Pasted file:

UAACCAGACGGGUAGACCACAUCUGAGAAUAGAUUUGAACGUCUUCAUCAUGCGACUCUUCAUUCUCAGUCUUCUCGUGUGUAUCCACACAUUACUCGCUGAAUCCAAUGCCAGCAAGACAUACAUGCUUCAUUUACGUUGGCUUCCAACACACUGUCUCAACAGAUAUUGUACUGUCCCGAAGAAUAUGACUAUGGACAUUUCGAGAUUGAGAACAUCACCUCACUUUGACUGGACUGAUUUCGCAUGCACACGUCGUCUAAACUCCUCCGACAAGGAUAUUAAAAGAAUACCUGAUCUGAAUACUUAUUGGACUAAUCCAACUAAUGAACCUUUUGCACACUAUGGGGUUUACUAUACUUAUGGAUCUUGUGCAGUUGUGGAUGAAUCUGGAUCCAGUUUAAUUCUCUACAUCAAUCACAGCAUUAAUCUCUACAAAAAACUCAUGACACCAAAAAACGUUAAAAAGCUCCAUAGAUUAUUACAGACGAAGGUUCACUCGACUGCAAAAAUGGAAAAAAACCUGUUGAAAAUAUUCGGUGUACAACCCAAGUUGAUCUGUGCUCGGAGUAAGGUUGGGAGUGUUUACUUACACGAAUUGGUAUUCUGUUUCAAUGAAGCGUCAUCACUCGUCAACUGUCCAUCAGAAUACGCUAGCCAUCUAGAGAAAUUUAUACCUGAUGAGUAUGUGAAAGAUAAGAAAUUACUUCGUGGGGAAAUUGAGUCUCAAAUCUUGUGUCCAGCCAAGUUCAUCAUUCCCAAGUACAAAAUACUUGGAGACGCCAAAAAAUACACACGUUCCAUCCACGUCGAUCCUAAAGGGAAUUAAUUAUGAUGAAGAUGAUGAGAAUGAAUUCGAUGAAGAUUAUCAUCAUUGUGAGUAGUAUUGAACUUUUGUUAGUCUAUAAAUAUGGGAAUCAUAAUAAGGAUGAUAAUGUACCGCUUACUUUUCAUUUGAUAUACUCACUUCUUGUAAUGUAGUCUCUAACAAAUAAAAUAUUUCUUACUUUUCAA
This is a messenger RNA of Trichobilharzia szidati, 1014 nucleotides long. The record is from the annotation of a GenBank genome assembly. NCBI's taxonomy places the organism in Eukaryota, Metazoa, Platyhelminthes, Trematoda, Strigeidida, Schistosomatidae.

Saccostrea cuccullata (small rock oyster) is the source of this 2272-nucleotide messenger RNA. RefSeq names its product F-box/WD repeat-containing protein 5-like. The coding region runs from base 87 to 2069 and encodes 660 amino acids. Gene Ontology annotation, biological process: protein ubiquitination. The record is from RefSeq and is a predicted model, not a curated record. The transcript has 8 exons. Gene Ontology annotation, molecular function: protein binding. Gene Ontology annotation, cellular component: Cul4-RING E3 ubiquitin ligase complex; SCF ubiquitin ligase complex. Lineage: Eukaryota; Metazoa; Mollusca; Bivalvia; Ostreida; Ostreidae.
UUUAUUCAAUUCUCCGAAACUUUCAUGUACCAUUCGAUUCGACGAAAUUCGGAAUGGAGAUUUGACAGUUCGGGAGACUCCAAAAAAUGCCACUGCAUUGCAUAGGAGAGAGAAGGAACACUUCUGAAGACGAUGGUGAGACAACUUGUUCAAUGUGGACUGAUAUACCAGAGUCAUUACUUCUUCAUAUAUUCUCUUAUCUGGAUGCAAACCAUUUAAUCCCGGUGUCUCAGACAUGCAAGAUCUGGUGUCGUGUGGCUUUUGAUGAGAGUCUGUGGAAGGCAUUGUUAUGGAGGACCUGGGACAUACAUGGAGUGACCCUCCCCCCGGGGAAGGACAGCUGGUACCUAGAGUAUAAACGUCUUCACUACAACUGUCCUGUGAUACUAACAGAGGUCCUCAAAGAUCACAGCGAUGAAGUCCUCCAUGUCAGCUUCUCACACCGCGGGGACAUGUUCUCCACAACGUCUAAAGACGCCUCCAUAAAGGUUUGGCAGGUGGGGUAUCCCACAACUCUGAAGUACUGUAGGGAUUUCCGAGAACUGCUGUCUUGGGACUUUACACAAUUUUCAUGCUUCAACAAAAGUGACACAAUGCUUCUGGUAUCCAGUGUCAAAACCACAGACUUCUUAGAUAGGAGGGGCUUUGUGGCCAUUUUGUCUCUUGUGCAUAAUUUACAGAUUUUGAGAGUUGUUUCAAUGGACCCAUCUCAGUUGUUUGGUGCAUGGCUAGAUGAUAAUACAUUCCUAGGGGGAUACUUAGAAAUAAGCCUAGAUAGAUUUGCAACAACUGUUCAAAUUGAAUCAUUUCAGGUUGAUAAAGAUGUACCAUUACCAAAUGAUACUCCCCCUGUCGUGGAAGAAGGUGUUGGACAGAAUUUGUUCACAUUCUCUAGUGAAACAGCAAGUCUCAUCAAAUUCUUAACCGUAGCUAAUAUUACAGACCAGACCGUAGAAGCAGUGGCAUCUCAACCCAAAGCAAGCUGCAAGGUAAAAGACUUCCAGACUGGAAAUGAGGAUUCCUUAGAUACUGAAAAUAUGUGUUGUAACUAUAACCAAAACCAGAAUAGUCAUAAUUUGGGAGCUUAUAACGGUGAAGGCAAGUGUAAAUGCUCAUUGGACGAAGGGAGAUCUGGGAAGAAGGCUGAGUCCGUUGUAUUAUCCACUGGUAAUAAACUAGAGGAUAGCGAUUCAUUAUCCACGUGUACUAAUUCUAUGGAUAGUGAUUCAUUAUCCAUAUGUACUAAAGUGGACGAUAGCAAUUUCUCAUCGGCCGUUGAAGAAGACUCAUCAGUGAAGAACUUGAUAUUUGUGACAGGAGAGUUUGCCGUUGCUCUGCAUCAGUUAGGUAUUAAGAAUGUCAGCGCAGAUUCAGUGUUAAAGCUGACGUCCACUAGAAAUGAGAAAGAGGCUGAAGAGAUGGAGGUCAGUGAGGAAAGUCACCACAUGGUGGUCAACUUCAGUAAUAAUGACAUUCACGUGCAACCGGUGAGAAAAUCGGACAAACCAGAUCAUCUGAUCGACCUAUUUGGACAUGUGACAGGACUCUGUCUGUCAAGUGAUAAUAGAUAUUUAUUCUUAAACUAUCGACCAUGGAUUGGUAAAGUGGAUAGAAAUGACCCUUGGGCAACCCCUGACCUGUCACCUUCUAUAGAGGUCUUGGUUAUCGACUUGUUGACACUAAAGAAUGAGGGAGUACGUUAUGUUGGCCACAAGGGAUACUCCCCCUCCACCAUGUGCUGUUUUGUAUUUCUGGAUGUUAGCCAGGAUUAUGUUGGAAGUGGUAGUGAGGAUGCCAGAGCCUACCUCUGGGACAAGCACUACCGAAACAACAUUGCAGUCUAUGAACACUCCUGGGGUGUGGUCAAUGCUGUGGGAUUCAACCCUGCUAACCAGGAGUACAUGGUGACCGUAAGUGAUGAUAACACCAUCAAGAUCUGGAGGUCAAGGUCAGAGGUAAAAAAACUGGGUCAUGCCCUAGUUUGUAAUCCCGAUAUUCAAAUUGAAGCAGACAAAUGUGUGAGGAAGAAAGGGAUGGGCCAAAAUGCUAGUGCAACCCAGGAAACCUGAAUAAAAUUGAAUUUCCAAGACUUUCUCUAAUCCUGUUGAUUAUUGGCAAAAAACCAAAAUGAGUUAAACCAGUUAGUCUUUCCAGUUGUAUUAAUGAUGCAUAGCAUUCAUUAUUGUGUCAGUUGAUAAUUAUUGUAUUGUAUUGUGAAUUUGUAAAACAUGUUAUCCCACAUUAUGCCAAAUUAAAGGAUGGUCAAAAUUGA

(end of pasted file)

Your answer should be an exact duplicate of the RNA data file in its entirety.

UAACCAGACGGGUAGACCACAUCUGAGAAUAGAUUUGAACGUCUUCAUCAUGCGACUCUUCAUUCUCAGUCUUCUCGUGUGUAUCCACACAUUACUCGCUGAAUCCAAUGCCAGCAAGACAUACAUGCUUCAUUUACGUUGGCUUCCAACACACUGUCUCAACAGAUAUUGUACUGUCCCGAAGAAUAUGACUAUGGACAUUUCGAGAUUGAGAACAUCACCUCACUUUGACUGGACUGAUUUCGCAUGCACACGUCGUCUAAACUCCUCCGACAAGGAUAUUAAAAGAAUACCUGAUCUGAAUACUUAUUGGACUAAUCCAACUAAUGAACCUUUUGCACACUAUGGGGUUUACUAUACUUAUGGAUCUUGUGCAGUUGUGGAUGAAUCUGGAUCCAGUUUAAUUCUCUACAUCAAUCACAGCAUUAAUCUCUACAAAAAACUCAUGACACCAAAAAACGUUAAAAAGCUCCAUAGAUUAUUACAGACGAAGGUUCACUCGACUGCAAAAAUGGAAAAAAACCUGUUGAAAAUAUUCGGUGUACAACCCAAGUUGAUCUGUGCUCGGAGUAAGGUUGGGAGUGUUUACUUACACGAAUUGGUAUUCUGUUUCAAUGAAGCGUCAUCACUCGUCAACUGUCCAUCAGAAUACGCUAGCCAUCUAGAGAAAUUUAUACCUGAUGAGUAUGUGAAAGAUAAGAAAUUACUUCGUGGGGAAAUUGAGUCUCAAAUCUUGUGUCCAGCCAAGUUCAUCAUUCCCAAGUACAAAAUACUUGGAGACGCCAAAAAAUACACACGUUCCAUCCACGUCGAUCCUAAAGGGAAUUAAUUAUGAUGAAGAUGAUGAGAAUGAAUUCGAUGAAGAUUAUCAUCAUUGUGAGUAGUAUUGAACUUUUGUUAGUCUAUAAAUAUGGGAAUCAUAAUAAGGAUGAUAAUGUACCGCUUACUUUUCAUUUGAUAUACUCACUUCUUGUAAUGUAGUCUCUAACAAAUAAAAUAUUUCUUACUUUUCAA
This is a messenger RNA of Trichobilharzia szidati, 1014 nucleotides long. The record is from the annotation of a GenBank genome assembly. NCBI's taxonomy places the organism in Eukaryota, Metazoa, Platyhelminthes, Trematoda, Strigeidida, Schistosomatidae.

Saccostrea cuccullata (small rock oyster) is the source of this 2272-nucleotide messenger RNA. RefSeq names its product F-box/WD repeat-containing protein 5-like. The coding region runs from base 87 to 2069 and encodes 660 amino acids. Gene Ontology annotation, biological process: protein ubiquitination. The record is from RefSeq and is a predicted model, not a curated record. The transcript has 8 exons. Gene Ontology annotation, molecular function: protein binding. Gene Ontology annotation, cellular component: Cul4-RING E3 ubiquitin ligase complex; SCF ubiquitin ligase complex. Lineage: Eukaryota; Metazoa; Mollusca; Bivalvia; Ostreida; Ostreidae.
UUUAUUCAAUUCUCCGAAACUUUCAUGUACCAUUCGAUUCGACGAAAUUCGGAAUGGAGAUUUGACAGUUCGGGAGACUCCAAAAAAUGCCACUGCAUUGCAUAGGAGAGAGAAGGAACACUUCUGAAGACGAUGGUGAGACAACUUGUUCAAUGUGGACUGAUAUACCAGAGUCAUUACUUCUUCAUAUAUUCUCUUAUCUGGAUGCAAACCAUUUAAUCCCGGUGUCUCAGACAUGCAAGAUCUGGUGUCGUGUGGCUUUUGAUGAGAGUCUGUGGAAGGCAUUGUUAUGGAGGACCUGGGACAUACAUGGAGUGACCCUCCCCCCGGGGAAGGACAGCUGGUACCUAGAGUAUAAACGUCUUCACUACAACUGUCCUGUGAUACUAACAGAGGUCCUCAAAGAUCACAGCGAUGAAGUCCUCCAUGUCAGCUUCUCACACCGCGGGGACAUGUUCUCCACAACGUCUAAAGACGCCUCCAUAAAGGUUUGGCAGGUGGGGUAUCCCACAACUCUGAAGUACUGUAGGGAUUUCCGAGAACUGCUGUCUUGGGACUUUACACAAUUUUCAUGCUUCAACAAAAGUGACACAAUGCUUCUGGUAUCCAGUGUCAAAACCACAGACUUCUUAGAUAGGAGGGGCUUUGUGGCCAUUUUGUCUCUUGUGCAUAAUUUACAGAUUUUGAGAGUUGUUUCAAUGGACCCAUCUCAGUUGUUUGGUGCAUGGCUAGAUGAUAAUACAUUCCUAGGGGGAUACUUAGAAAUAAGCCUAGAUAGAUUUGCAACAACUGUUCAAAUUGAAUCAUUUCAGGUUGAUAAAGAUGUACCAUUACCAAAUGAUACUCCCCCUGUCGUGGAAGAAGGUGUUGGACAGAAUUUGUUCACAUUCUCUAGUGAAACAGCAAGUCUCAUCAAAUUCUUAACCGUAGCUAAUAUUACAGACCAGACCGUAGAAGCAGUGGCAUCUCAACCCAAAGCAAGCUGCAAGGUAAAAGACUUCCAGACUGGAAAUGAGGAUUCCUUAGAUACUGAAAAUAUGUGUUGUAACUAUAACCAAAACCAGAAUAGUCAUAAUUUGGGAGCUUAUAACGGUGAAGGCAAGUGUAAAUGCUCAUUGGACGAAGGGAGAUCUGGGAAGAAGGCUGAGUCCGUUGUAUUAUCCACUGGUAAUAAACUAGAGGAUAGCGAUUCAUUAUCCACGUGUACUAAUUCUAUGGAUAGUGAUUCAUUAUCCAUAUGUACUAAAGUGGACGAUAGCAAUUUCUCAUCGGCCGUUGAAGAAGACUCAUCAGUGAAGAACUUGAUAUUUGUGACAGGAGAGUUUGCCGUUGCUCUGCAUCAGUUAGGUAUUAAGAAUGUCAGCGCAGAUUCAGUGUUAAAGCUGACGUCCACUAGAAAUGAGAAAGAGGCUGAAGAGAUGGAGGUCAGUGAGGAAAGUCACCACAUGGUGGUCAACUUCAGUAAUAAUGACAUUCACGUGCAACCGGUGAGAAAAUCGGACAAACCAGAUCAUCUGAUCGACCUAUUUGGACAUGUGACAGGACUCUGUCUGUCAAGUGAUAAUAGAUAUUUAUUCUUAAACUAUCGACCAUGGAUUGGUAAAGUGGAUAGAAAUGACCCUUGGGCAACCCCUGACCUGUCACCUUCUAUAGAGGUCUUGGUUAUCGACUUGUUGACACUAAAGAAUGAGGGAGUACGUUAUGUUGGCCACAAGGGAUACUCCCCCUCCACCAUGUGCUGUUUUGUAUUUCUGGAUGUUAGCCAGGAUUAUGUUGGAAGUGGUAGUGAGGAUGCCAGAGCCUACCUCUGGGACAAGCACUACCGAAACAACAUUGCAGUCUAUGAACACUCCUGGGGUGUGGUCAAUGCUGUGGGAUUCAACCCUGCUAACCAGGAGUACAUGGUGACCGUAAGUGAUGAUAACACCAUCAAGAUCUGGAGGUCAAGGUCAGAGGUAAAAAAACUGGGUCAUGCCCUAGUUUGUAAUCCCGAUAUUCAAAUUGAAGCAGACAAAUGUGUGAGGAAGAAAGGGAUGGGCCAAAAUGCUAGUGCAACCCAGGAAACCUGAAUAAAAUUGAAUUUCCAAGACUUUCUCUAAUCCUGUUGAUUAUUGGCAAAAAACCAAAAUGAGUUAAACCAGUUAGUCUUUCCAGUUGUAUUAAUGAUGCAUAGCAUUCAUUAUUGUGUCAGUUGAUAAUUAUUGUAUUGUAUUGUGAAUUUGUAAAACAUGUUAUCCCACAUUAUGCCAAAUUAAAGGAUGGUCAAAAUUGA